W3C home > Mailing lists > Public > www-ws-arch@w3.org > January 2003

RE: WS-I and RPC

From: Edwin Khodabakchian <edwink@collaxa.com>
Date: Sun, 5 Jan 2003 22:58:02 -0800
To: "'Assaf Arkin'" <arkin@intalio.com>, "'Mark Baker'" <distobj@acm.org>, "'Ugo Corda'" <UCorda@SeeBeyond.com>, "'Champion, Mike'" <Mike.Champion@SoftwareAG-USA.com>
Cc: <www-ws-arch@w3.org>
Message-ID: <003a01c2b550$f4f9fbf0$1802a8c0@collaxa.net>


> (And in this particular case I assume sendMeInvoiceDetails 
> does not return an invoice but actually sends it 
> asynchronously over SMTP or maybe by fax)
> 
> arkin
> 

Assaf,

One option for implementing your use case would be to decouple the
client and back office logic/process through a Web Queue resource. You
could model your interface to the outside world as a set of queues. In
that specific example, you would have a "RequestInvoiceDetail" queue.

The client would post an XML document to the web queue and receive in
response a URI. It could a later time do a GET on that URI to retrieve
the "status" or post a cancellation request.

You might say/ask: "You have just morphed all the operations into
queues...you have just moved the complexity to another layer". This is
partially through specially is you focus only on development cost. The
benefit of decoupling the system through a queue (with a generic
interface) resides mainly in management and adaptability: A client can
externalize the URI of the queue/services it is linked in. When a new
version of the server service is available, you can publish a new queue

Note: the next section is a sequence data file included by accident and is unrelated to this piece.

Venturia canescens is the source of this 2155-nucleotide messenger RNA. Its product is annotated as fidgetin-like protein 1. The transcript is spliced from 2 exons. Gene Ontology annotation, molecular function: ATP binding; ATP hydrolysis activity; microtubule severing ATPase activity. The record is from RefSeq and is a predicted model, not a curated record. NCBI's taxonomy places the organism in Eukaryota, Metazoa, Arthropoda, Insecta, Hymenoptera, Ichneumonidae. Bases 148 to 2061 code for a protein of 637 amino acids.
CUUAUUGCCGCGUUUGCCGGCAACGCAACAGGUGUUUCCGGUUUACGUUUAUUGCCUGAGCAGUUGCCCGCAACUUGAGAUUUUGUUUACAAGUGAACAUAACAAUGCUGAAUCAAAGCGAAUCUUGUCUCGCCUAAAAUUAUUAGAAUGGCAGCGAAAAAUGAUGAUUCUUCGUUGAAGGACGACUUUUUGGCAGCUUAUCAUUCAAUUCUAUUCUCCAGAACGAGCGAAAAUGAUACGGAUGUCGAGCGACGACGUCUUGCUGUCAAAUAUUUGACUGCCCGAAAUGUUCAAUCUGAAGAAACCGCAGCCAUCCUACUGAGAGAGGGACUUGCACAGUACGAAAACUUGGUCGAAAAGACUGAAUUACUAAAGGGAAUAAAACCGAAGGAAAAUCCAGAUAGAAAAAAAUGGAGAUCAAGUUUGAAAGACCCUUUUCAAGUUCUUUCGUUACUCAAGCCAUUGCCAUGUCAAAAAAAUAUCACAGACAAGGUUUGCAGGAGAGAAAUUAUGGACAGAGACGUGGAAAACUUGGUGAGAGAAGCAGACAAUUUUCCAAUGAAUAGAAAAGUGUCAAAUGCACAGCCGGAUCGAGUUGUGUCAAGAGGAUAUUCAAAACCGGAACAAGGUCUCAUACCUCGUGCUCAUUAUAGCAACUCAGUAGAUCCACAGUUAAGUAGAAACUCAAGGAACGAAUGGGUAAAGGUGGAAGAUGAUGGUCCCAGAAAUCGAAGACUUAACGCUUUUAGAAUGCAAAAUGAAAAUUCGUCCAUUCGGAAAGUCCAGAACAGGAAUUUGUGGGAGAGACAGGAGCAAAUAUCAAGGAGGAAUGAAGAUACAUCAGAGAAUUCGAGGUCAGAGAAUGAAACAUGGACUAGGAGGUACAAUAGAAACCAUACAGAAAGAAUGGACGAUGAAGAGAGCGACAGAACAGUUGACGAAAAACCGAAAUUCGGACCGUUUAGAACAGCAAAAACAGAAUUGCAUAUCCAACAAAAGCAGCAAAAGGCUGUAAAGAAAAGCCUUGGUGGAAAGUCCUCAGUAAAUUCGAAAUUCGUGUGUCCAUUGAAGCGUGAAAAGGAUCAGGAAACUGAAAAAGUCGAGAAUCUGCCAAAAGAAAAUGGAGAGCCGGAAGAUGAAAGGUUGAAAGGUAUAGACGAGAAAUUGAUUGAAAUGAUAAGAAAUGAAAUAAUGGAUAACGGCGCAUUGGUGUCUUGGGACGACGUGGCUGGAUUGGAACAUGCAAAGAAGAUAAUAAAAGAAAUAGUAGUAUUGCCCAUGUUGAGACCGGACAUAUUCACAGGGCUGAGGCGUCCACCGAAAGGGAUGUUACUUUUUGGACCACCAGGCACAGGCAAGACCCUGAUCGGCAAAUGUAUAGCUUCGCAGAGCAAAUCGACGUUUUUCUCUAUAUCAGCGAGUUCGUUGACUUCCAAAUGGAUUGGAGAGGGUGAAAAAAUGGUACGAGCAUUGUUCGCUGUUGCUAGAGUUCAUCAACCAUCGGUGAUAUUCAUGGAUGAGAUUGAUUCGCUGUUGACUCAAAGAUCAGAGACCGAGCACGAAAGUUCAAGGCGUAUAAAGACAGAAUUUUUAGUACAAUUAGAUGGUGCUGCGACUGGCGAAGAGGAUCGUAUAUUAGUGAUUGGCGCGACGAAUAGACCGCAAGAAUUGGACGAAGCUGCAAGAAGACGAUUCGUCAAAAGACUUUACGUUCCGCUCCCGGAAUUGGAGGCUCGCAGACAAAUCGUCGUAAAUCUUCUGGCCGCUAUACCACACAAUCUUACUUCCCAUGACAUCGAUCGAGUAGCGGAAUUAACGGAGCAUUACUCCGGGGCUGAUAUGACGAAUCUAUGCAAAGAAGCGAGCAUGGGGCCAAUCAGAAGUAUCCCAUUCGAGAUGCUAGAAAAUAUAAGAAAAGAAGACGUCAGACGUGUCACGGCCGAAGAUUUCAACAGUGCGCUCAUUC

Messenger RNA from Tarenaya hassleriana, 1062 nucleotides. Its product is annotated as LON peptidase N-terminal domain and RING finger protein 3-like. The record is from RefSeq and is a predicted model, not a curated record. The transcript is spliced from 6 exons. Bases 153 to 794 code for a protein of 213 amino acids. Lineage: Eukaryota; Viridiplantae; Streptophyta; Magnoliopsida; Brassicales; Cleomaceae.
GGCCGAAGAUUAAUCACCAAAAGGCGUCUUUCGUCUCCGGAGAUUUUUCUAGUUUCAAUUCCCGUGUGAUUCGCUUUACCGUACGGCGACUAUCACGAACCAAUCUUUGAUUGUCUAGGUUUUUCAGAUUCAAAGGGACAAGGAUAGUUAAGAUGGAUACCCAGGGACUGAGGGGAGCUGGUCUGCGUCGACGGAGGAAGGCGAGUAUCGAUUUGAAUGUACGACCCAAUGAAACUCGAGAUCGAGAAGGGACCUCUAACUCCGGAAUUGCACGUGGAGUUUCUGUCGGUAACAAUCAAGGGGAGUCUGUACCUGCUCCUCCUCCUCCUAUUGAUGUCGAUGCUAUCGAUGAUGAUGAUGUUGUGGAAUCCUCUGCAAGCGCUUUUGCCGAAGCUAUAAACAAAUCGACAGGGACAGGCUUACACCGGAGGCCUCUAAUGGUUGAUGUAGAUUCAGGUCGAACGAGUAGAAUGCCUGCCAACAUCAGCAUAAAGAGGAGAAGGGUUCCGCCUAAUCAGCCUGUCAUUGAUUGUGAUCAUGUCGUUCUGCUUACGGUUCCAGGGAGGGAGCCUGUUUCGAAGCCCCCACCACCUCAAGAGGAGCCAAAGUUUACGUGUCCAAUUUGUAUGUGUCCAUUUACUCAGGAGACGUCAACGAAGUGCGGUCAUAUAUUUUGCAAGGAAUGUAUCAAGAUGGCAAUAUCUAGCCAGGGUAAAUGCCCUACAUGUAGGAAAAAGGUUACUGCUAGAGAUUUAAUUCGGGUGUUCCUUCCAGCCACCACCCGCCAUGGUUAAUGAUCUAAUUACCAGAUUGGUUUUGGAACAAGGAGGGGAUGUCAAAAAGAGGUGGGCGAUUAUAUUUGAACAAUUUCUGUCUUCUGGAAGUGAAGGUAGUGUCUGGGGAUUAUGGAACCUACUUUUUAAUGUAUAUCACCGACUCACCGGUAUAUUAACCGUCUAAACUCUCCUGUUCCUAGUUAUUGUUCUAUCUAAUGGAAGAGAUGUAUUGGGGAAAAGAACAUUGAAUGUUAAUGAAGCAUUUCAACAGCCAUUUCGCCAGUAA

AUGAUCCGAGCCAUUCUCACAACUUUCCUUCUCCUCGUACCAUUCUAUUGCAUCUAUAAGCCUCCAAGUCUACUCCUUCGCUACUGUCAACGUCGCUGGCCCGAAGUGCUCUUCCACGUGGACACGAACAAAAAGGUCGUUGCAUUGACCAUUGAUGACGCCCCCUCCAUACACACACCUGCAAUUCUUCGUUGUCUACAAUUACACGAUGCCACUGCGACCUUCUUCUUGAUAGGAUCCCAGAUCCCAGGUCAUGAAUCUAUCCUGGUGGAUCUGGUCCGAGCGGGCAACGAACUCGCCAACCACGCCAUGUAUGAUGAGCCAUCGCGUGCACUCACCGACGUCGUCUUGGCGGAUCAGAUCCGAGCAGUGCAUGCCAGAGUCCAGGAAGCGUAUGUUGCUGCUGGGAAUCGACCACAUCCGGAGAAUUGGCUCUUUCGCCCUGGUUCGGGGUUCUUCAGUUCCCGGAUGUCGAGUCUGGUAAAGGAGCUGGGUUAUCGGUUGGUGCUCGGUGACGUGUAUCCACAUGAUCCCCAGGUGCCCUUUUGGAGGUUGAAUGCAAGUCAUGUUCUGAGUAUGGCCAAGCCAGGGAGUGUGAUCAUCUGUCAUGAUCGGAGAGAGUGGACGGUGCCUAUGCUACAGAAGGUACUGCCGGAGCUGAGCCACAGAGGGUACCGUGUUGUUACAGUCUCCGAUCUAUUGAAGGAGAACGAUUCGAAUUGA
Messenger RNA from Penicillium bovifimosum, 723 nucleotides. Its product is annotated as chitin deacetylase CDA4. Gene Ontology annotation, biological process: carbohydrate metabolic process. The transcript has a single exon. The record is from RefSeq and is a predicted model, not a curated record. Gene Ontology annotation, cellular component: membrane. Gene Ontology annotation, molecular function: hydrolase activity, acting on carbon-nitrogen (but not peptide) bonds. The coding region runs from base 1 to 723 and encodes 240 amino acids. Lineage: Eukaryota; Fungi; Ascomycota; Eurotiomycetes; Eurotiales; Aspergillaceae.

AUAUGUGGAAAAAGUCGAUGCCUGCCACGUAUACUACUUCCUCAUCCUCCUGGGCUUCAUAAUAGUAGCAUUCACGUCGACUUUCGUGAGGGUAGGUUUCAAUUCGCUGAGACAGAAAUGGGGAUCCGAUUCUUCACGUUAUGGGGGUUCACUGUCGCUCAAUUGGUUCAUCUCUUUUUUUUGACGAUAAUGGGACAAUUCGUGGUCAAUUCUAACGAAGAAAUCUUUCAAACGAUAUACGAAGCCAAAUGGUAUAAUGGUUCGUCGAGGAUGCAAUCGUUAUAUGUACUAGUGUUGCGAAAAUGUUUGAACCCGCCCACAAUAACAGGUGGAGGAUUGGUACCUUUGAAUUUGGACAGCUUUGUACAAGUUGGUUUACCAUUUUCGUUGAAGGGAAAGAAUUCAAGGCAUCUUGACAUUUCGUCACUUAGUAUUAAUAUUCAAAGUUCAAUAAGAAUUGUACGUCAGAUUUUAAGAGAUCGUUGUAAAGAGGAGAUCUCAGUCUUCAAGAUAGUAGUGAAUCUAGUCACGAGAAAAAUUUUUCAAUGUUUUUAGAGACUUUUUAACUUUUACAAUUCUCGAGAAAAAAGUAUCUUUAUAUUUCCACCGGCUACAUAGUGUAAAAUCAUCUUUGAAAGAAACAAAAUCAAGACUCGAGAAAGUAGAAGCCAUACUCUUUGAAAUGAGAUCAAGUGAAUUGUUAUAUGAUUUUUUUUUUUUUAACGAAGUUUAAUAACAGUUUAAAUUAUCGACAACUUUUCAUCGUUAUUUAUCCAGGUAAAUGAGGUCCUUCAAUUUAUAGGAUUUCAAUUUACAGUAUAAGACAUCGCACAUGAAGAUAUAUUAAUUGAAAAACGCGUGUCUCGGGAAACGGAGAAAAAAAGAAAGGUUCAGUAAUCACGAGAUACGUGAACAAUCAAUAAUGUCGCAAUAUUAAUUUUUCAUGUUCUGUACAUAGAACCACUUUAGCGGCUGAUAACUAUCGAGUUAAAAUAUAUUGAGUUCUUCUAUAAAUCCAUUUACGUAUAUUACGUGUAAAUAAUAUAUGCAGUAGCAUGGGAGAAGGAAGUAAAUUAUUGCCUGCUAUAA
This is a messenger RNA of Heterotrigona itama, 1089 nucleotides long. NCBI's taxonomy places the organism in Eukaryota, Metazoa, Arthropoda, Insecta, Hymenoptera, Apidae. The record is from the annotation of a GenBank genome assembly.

and the client can be updated more easily. In the case you have services
with multiple methods, each time you chance one method, it impacts all
the other methods. If you are familiar with COM versioning you will
realize that this is complex even within the scope of your desktop let
alone a network or the web.

This might look like a very simple/basic design pattern but one that is
important when you have to manage 1,000,000s of requests across 100s of
services/queues.

I believe that where REST is weak (and this is one of the reason why raw
XML over HTTP is not mainstream) is that there are no standards for
defining the schema of the data produced by a web queue resource, no
programming abstraction for manipulating easily the XML messages that
are sent back and forth and coordinating flow and transactions across
asynchronous requests.

Today's WSDL solves part of the problem but it does it by pushing
developers towards RPC and encouraging them to build very fragile
applications.

Edwin
Received on Monday, 6 January 2003 01:58:11 GMT

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